“Let no one say, ‘You cannot forgive my sins.’ How can the almighty not? But you insist: ‘I have sinned much.’ I also insist: ‘But he is almighty.’ And you: ‘Such are the sins that I have committed that I cannot be freed or purified from them.’ I answer: ‘But he is almighty.’ See what you sing to him in the psalm: ‘Bless, my soul, my soul, and do not forget the benefits of those who are merciful with all your iniquities and heal all your ailments.'”
Durkin, Eugene Francis – The Theological Distinction of Sins in the Writings of St Augustine (St. Mary of the Lake Seminary, 1952) 161 pp. This work is not easy to find.
A review by Andrés E. Garcia G. of AugustinismoProtestante.com
“Despite that we must we differ with some biased interpretations of this work, it is a unique and greatly erudite work that offers a great quantity of Augustinian sources and exhaustive analysis from the Latin. This work will lead the Reformed Christian to question why it has been taken for granted that Augustine upholds the distinction between mortal and venial sin in the Romanist way. It will also lead to a reflection upon the few secondary sources, Romanist, Lutheran and Reformed, that present an exhaustive study of their distinction and terminology. In fact, perhaps this work from year 1952 is the only one that exhaustively face the topic in Augustine.
At the beginning of this work, the methodology with which the author approaches this academic study is presented and an introductory treatment of the predecessors of the pre-Augustinian distinction is made, where they consider themselves fathers, like Saint Cyprian of Carthage. Then, although the author recognizes that Augustine did not use the term peccatum mortale, he addresses the question of deadly sins as mortal sin and speaks of the examples in his works, their nature and consequence. Then he talks about the inevitability of sin and the weakness of human nature. And finally, he talks about the examples, nature and consequences of daily sins in Augustine. The author mentions it as venial sin, but recognizes that venialia was used in an ordinary way by Augustine to refer to both mortifying and daily sins.
It is interesting that throughout the book it is extremely noticeable the difference of emphasis and attitude of Saint Augustine with the points of view of medieval theologians, of the counter-reform and current ones on this distinction, especially when speaking of venial sins.”
Early to Medieval Church
McAdoo, Henry R. – Ch. 4, ‘Mortal & Venial Sin: the Reforming Strain’ in The Structure of Caroline Moral Theology (Longmans, Green, 1949), pp. 98-119
“But first of all, it is necessary to consider certain changes which took place in Christian thought on this subject during the preceding centuries. Be the origin of the doctrine in the attempt to smooth the rough places of law for the sake of the weak or tender conscience, or in the practical necessity for a guiding principle of division as a kind of ready reckoner for pastoral purposes, or in both these causes, a change of deep significance came about in its structure.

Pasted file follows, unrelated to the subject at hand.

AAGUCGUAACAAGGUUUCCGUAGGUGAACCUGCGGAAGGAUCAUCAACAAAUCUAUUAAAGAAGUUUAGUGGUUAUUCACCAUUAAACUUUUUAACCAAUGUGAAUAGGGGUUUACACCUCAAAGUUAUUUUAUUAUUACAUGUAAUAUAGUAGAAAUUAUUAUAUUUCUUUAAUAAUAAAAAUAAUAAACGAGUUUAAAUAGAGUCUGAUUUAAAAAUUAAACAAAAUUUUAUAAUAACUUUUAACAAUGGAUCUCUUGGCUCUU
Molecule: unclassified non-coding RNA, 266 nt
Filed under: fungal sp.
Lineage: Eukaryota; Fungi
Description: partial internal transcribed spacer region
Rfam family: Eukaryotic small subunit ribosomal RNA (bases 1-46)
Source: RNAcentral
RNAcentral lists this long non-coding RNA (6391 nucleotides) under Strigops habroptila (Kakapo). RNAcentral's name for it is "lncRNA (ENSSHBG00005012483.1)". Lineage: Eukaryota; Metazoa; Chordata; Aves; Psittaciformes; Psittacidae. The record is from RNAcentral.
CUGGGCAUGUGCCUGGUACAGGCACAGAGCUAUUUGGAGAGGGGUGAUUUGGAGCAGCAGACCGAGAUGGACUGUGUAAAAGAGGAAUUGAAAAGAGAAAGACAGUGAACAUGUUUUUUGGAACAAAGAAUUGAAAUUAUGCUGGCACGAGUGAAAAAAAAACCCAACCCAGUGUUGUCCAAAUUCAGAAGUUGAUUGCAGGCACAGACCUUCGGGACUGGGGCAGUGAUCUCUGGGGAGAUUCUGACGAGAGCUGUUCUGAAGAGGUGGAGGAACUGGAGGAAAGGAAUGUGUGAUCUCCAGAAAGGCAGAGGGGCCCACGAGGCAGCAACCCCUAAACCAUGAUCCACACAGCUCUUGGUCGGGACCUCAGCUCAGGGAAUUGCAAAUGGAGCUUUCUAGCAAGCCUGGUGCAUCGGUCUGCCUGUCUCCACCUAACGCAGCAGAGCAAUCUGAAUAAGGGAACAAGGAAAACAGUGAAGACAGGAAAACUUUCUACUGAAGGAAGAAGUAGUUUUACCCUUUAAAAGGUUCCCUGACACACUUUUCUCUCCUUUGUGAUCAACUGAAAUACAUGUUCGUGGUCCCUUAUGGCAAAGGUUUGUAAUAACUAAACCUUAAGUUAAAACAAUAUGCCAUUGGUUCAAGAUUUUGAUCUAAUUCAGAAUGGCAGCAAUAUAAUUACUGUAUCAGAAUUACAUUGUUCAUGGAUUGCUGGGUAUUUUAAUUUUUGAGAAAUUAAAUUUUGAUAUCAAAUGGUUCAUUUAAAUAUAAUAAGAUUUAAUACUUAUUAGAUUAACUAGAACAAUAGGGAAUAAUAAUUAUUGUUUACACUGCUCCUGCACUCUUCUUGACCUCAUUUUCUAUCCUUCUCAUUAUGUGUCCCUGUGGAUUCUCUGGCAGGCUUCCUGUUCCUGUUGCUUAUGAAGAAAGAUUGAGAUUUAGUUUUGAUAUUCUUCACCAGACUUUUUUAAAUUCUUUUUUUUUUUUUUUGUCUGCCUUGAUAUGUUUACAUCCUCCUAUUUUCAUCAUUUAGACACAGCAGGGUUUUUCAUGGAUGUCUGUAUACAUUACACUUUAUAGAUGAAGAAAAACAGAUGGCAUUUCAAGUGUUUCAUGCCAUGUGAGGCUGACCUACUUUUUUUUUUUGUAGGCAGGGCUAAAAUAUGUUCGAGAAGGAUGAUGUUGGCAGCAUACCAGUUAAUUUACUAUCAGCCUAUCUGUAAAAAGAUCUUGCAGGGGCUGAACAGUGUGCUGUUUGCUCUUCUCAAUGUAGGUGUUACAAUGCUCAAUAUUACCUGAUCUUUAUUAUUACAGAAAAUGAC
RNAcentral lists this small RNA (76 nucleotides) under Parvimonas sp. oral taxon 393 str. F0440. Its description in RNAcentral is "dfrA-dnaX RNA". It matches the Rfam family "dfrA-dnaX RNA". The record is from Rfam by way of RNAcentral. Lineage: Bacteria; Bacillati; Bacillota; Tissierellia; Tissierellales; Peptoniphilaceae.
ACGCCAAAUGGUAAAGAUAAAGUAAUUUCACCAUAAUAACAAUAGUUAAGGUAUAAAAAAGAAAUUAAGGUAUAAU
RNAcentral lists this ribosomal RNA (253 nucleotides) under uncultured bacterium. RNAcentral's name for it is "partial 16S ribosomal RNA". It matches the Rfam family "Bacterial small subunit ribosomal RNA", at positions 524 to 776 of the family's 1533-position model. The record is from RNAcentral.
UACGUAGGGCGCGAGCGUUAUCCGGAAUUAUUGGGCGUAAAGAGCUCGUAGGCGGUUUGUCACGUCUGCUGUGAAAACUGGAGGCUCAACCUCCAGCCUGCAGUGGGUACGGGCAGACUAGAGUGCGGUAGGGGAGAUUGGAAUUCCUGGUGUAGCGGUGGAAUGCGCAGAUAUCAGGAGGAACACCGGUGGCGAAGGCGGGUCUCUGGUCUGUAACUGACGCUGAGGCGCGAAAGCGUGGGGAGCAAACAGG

At first, and up to the close of the patristic era, the key-note of the distinction was oþjectivity. The external act is the criterion, so that there is a regular tabula of sins, the commission of any of which involves the sinner in mortal sin. But by the time of the Schoolmen, and notably, of in the works of St. Thomas Aquinas, a tremendous ethical course, change in the idea has come about. There are still sins which are reckoned as mortal, suo genere [in its genera], but the governing factor is no longer the external act. It is the deliberateness with which the act is committed. In other words, intention or motive is receiving recognition as the determining element in assessing the gravity of sin. It was to Peter Abelard [c. 1079–1142)] that Aquinas and his fellows were indebted for this improved idea: In the Scito Te Ipsum [Know Yourself, by Abelard] the discussion of sin moves forward out of the realm of externals. Consequent on this stressing of deliberateness at the expense of drawing a clear line between what was mortal and what venial. This indeterminacy. inevitably paved the way for laxity in the computation of the guiltiness of certain sinful acts.”
Szegedin Pannonius, Stephan – 3. Of Popish Doctrine, ‘Actual Mortal Sin’ & ‘Actual Venial Sin’ in Common Places of Pure Theology, of God & Man, Explained in Continuous Tables & the Dogma of the Schools Illustrated (Basil, 1585/93), pp. 473-4 These are table outlines.
Szegedin (1515-1572) also was known as Stephan Kis.
Pareus, David – Bk. 1, Selections 19-37 of 6 Books on the Loss of Grace & the State of Sin by Robert Bellarmine… to which three following are joined, on Original Sin, are Explicated & Castigated (Heidelberg, 1613) ToC
Pareus (1548-1622) was a German Reformed Protestant theologian and reformer.
Rutherford, Samuel – An Examination of Arminianism (c. 1639-42; Utrecht, 1668), ch. 12, ‘Of the Justification of Sinners’
5. Whether a distinction should be made between mortal and venial sin? We respond with a distinction. 516
6. Whether there is any sin under the New Covenant which is by its nature venial? We deny against the Remonstants and Papists. 517
7. Whether the most excellent works of the regenerate are polluted with sin? We affirm against the Remonstrants and Papists. 520
9. Whether the Apostle speaks of the regenerate man in Rom. 7? We affirm against the Remonstrants and Papists. 527
Chamier, Daniel – Book 6, Question 3, chs. 7-13, ‘Of Venial & Mortal Sin’ in Panstratiae Catholicae, or a Body of the Controversies of Religion Against the Papists, vol. 3 (Man) (Frankfurt, 1627-1629), pp. 86-98
Baron, Robert – A Theological Disputation on the True Distinction Between Mortal & Venial Sin & the Impossibility of Fulfilling the Law of God from the Daily Incursion of Venial Sins; to which is annexed an Appendix on the Possibility of Perfecting [Praestandi, Supassing?] the Law Considered as a Gospel Rule (Aberdeen, 1633) 176 pp.
Baron (1596-39) was one of the Scottish ‘Aberdeen doctors’, a hypothetical universalist, and one whom Rutherford disputed with. Turretin says:
“There are some of our party who think the distinction of mortal and venial sin can be retained in this sense [as in Rom. 7], as Robert Baron, following the theologians of Great Britain, in his Judicio de Perseverantia, although it does not seem sufficiently appropriate on account of our opponents; the distinction of heavy and light sins is better. The question simply concerns the nature of sins in themselves according to the strictness of the law. We think all are mortal, none truly venial.”